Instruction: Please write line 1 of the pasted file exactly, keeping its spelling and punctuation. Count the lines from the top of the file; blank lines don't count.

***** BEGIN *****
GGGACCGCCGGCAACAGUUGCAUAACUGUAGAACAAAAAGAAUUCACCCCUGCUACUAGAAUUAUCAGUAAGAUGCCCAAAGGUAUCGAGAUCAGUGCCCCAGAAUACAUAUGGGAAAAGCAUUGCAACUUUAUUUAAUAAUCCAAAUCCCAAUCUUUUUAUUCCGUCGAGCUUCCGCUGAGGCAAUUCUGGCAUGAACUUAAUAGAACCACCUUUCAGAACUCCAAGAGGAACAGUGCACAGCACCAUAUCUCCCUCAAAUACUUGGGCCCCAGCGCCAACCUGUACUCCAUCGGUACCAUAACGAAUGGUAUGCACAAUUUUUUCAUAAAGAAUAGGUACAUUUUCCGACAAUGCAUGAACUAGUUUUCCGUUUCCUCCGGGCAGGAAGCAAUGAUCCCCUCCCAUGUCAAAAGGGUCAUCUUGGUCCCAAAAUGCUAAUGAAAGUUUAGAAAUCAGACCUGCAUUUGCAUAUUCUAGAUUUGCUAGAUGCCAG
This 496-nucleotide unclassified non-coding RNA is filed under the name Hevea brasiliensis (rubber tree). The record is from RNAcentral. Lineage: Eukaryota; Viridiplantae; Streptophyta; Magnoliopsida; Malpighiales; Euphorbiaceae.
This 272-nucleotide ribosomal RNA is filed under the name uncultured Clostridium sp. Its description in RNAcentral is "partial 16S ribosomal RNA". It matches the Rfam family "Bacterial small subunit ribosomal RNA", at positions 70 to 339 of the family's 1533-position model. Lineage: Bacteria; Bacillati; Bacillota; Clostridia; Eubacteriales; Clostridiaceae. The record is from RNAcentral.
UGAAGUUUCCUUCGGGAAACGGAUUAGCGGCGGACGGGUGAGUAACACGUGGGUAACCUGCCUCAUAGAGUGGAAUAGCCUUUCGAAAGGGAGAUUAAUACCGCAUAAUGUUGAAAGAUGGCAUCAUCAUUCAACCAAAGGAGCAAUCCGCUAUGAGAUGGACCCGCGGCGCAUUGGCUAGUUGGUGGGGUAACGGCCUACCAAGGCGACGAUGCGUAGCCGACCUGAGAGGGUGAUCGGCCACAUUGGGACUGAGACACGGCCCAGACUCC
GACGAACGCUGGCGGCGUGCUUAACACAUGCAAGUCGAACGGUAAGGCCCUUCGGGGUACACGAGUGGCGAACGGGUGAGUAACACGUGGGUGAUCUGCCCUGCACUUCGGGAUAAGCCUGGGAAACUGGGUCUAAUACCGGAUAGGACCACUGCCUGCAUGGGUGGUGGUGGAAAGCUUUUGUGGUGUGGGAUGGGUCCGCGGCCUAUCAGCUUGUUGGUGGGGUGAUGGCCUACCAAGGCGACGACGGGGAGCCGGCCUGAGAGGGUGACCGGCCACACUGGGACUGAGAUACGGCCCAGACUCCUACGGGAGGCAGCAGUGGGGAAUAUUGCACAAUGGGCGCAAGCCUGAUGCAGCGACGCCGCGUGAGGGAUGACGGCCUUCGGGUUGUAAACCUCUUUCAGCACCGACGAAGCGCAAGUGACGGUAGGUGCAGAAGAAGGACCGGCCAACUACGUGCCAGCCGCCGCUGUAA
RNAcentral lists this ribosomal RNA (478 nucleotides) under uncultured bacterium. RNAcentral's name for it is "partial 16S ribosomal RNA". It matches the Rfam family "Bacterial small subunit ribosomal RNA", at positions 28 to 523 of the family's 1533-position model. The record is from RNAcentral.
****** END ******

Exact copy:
GGGACCGCCGGCAACAGUUGCAUAACUGUAGAACAAAAAGAAUUCACCCCUGCUACUAGAAUUAUCAGUAAGAUGCCCAAAGGUAUCGAGAUCAGUGCCCCAGAAUACAUAUGGGAAAAGCAUUGCAACUUUAUUUAAUAAUCCAAAUCCCAAUCUUUUUAUUCCGUCGAGCUUCCGCUGAGGCAAUUCUGGCAUGAACUUAAUAGAACCACCUUUCAGAACUCCAAGAGGAACAGUGCACAGCACCAUAUCUCCCUCAAAUACUUGGGCCCCAGCGCCAACCUGUACUCCAUCGGUACCAUAACGAAUGGUAUGCACAAUUUUUUCAUAAAGAAUAGGUACAUUUUCCGACAAUGCAUGAACUAGUUUUCCGUUUCCUCCGGGCAGGAAGCAAUGAUCCCCUCCCAUGUCAAAAGGGUCAUCUUGGUCCCAAAAUGCUAAUGAAAGUUUAGAAAUCAGACCUGCAUUUGCAUAUUCUAGAUUUGCUAGAUGCCAG